Washington Report – Reality Disconnect
The annual State of the Union speech is the unofficial kickoff of the legislative season in the nation’s capital. Once a brief report delivered by letter, the speech has taken on all the theatrics of a major Hollywood production. And Barack Obama certainly loves any production that features him as the star.
In the speech, the president is expected to set the tone for the congressional debates that will follow throughout the year. It is intended to serve as a barometer of reality more than ideology, recognition of the power held by the respective parties, and a nod to the potential for compromise between them. Bill Clinton best exemplified this tradition with his 1996 assurance that “the era of big government is over.”
Coming off a disastrous election in which his policies were widely repudiated, and facing a Congress where his party has been forced to surrender the reins of power, one would assume the president would offer a conciliatory address. One would expect to hear a speech that outlined broad areas of agreement within which to pursue a range of mutually acceptable results.
Instead, Obama came out swinging from the far left. The economic centerpiece of his speech revolved around proposing a long list of new and increased taxes to pay for a host of social spending. He first declared an economic recovery, the signs of which are few and far between to most. Then he began to dole out the goodies. Not content with having nationalized health care, nor with overseeing a 15 percent increase in the number of Americans on food stamps, he now proposes that two years of college should somehow be free. He then celebrated lower gas prices that are due to increased exploration and production, which his administration has done everything in its power to block.
You didn’t have to watch the entire speech to realize it was completely disconnected from reality. And apparently many of us didn’t bother, since the speech pulled in the lowest TV ratings in 15 years. But the captive audience in the room, the Members of Congress, will have to figure out how to deal with this president for another two years. They will have to be the voices of reason to work with an administration that has apparently become completely disconnected from reality.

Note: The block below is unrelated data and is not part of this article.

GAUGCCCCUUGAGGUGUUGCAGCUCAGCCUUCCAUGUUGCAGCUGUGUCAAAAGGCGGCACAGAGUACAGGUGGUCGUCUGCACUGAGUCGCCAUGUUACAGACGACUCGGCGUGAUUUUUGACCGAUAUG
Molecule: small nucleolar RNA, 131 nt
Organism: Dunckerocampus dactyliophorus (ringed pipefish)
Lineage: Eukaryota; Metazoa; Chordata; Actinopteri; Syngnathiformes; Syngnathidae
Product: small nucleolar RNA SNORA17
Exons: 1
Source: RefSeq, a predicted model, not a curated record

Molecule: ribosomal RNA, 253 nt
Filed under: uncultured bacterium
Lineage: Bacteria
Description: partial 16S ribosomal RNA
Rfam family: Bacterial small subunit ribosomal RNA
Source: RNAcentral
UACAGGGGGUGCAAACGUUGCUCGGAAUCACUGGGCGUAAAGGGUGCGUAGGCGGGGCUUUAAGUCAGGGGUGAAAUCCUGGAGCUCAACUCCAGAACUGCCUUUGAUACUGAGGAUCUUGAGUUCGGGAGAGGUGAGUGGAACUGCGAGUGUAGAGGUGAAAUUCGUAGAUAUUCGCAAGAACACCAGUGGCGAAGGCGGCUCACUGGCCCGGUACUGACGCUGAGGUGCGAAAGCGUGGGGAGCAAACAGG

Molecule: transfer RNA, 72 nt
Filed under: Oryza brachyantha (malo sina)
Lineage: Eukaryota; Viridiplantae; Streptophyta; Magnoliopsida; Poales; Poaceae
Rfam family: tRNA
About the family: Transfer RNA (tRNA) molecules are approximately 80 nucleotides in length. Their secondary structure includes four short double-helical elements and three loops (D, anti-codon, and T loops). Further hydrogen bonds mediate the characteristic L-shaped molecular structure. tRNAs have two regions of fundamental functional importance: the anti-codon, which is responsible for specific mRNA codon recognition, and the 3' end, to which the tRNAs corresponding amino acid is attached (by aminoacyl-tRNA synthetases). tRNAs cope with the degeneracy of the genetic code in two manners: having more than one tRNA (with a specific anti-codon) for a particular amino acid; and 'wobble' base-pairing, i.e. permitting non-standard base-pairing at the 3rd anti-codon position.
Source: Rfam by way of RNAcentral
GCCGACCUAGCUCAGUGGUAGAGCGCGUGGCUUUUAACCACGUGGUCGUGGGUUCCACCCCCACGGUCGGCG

That’s why it’s critical for lawmakers to have real-world exposure to our community. And the single best place for that is our annual convention. This year, we were proud to host a substantial delegation of lawmakers – some old friends, and some new faces. They all gathered for an informational briefing on the issues that SCI is facing in the year to come. Let’s run down the list in no particular order.
Perhaps best known to the SCI family is Rep. Don Young, the Republican House Member representing Alaska. Also joining us from the Land of the Midnight Sun was Senator Lisa Murkowski, a Republican who has helped lead the Senate effort to pass a comprehensive Sportsmen’s Bill.
The Show Me state was well represented. Rep. Billy Long, Republican from the 7th District, was joined by his district-next-door colleague Rep. Jason Smith, who represents the 8th. Rep. Jeff Duncan came to represent the Palmetto State of South Carolina, where the Republican represents the 3rd District.
From the nearby Volunteer State of Tennessee, we were visited by Republican Rep. Stephen Fincher, who represents the 8th District. Rep. Matt Salmon, the Republican representing the 5th District of Arizona near Phoenix, also came to visit and learn more about our community. Rep. Jason Chaffetz, the Republican from Utah’s 3rd District, was also in attendance, taking a break from his new duties as chair of the Oversight Committee formerly chaired by Rep. Darrell Issa.
Finally, in the Ex Officio category, we were joined by former Rep. Paul Broun of Georgia, who came to accept the Lifetime Achievement Award for his many years of diligent service on behalf of hunters everywhere. We are very appreciative to all of them for taking the time out of their schedule to visit our convention. Once we’re all back in Washington, we will all have our work cut out for us in trying to advance the hunters agenda.